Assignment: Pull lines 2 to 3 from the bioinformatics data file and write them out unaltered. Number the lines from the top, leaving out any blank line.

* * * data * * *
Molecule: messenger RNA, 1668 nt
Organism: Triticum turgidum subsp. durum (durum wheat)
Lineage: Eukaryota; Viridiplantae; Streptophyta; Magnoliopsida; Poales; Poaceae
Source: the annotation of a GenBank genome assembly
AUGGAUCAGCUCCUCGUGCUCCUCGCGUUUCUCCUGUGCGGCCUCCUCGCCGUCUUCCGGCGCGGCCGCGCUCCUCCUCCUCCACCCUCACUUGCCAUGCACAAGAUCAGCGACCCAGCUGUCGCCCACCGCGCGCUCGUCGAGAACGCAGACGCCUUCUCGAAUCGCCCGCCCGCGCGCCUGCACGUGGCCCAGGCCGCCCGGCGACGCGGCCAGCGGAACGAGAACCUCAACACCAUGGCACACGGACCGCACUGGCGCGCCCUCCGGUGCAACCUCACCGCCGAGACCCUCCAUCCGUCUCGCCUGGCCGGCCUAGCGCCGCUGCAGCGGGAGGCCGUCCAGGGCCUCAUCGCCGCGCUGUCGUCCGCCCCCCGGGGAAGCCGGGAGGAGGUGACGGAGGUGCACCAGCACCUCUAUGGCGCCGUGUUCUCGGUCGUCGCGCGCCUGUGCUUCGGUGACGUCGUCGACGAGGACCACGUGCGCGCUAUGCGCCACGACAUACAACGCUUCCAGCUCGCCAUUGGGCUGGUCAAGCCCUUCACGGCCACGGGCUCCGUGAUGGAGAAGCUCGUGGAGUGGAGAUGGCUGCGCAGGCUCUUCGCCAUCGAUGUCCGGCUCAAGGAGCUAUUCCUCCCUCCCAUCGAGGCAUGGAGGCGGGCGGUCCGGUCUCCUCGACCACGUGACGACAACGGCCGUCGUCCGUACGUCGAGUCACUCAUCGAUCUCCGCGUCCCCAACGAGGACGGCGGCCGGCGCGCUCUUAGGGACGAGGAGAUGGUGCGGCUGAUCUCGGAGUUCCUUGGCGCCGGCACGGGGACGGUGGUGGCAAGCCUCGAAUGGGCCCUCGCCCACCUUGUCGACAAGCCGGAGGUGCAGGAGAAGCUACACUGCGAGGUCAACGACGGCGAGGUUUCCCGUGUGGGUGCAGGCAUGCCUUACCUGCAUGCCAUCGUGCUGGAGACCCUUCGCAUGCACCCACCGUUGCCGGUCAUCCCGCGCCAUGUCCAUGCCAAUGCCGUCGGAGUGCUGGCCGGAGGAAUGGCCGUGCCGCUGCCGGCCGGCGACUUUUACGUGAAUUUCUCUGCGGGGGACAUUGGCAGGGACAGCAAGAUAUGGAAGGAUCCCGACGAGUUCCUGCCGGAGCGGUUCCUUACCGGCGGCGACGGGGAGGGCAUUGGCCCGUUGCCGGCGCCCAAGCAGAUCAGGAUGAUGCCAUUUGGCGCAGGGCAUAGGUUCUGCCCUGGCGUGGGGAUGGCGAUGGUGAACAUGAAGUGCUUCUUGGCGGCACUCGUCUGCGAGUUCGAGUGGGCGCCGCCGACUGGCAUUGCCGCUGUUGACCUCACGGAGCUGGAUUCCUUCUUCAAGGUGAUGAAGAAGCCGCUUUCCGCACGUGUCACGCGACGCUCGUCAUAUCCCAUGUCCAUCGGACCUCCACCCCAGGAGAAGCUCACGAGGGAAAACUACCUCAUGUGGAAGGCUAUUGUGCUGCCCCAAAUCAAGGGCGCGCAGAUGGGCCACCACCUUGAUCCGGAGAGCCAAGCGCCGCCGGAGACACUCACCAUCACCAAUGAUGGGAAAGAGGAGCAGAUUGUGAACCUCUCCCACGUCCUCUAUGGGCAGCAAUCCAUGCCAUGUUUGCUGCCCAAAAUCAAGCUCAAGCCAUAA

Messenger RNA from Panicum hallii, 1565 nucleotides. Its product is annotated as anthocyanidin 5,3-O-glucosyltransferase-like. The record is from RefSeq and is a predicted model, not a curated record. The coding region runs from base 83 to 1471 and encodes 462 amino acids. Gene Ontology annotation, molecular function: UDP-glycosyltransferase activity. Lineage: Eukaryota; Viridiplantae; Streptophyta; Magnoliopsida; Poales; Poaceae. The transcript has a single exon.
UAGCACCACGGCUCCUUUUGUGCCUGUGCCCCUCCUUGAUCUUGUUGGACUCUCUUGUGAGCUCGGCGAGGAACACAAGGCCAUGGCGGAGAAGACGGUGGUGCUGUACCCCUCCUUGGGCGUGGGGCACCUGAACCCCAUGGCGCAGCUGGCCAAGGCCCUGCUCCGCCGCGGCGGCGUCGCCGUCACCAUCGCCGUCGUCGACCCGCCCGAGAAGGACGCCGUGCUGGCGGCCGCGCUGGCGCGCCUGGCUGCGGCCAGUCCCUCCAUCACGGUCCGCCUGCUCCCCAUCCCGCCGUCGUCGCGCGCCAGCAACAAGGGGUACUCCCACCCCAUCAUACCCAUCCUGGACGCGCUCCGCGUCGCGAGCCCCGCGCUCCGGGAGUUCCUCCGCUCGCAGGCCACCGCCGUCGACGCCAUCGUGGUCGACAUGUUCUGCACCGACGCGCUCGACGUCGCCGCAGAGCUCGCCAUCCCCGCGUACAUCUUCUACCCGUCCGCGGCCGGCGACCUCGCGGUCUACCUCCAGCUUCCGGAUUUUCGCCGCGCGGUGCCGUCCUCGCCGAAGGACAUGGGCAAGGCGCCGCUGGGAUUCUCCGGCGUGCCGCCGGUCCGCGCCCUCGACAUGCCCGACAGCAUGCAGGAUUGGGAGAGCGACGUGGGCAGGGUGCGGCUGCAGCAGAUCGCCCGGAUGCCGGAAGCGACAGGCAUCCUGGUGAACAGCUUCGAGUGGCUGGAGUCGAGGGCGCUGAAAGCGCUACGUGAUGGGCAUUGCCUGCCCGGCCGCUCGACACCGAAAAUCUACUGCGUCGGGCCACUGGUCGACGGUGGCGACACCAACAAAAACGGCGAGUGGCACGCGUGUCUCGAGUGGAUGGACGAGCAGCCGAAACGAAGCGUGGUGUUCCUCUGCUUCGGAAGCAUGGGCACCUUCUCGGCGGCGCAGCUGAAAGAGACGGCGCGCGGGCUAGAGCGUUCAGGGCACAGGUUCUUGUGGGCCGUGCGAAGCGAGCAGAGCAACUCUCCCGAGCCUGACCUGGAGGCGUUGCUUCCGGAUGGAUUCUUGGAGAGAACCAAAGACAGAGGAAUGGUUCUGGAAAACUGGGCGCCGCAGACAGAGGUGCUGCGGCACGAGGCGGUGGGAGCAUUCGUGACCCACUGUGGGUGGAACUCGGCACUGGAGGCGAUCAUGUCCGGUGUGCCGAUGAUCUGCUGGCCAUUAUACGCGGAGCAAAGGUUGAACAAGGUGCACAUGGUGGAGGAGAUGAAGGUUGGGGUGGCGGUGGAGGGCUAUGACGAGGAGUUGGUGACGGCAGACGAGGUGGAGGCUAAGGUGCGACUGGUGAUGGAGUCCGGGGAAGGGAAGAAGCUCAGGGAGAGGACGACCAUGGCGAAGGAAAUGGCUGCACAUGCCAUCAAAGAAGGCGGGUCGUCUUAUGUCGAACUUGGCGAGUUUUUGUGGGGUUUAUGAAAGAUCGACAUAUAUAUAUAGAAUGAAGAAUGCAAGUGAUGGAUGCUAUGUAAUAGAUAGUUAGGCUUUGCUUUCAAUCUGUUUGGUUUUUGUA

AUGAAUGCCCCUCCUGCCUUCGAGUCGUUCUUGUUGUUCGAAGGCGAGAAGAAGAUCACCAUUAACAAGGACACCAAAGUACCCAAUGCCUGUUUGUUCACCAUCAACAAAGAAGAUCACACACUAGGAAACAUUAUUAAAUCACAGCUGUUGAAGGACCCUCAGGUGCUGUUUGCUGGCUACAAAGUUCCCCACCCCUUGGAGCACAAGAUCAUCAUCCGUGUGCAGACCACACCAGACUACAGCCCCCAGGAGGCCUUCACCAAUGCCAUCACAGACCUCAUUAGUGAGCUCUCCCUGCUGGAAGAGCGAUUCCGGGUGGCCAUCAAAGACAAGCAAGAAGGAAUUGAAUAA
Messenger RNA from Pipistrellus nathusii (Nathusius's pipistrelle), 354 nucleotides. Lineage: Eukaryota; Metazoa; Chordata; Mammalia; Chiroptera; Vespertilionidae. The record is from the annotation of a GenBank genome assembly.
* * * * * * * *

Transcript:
Organism: Triticum turgidum subsp. durum (durum wheat)
Lineage: Eukaryota; Viridiplantae; Streptophyta; Magnoliopsida; Poales; Poaceae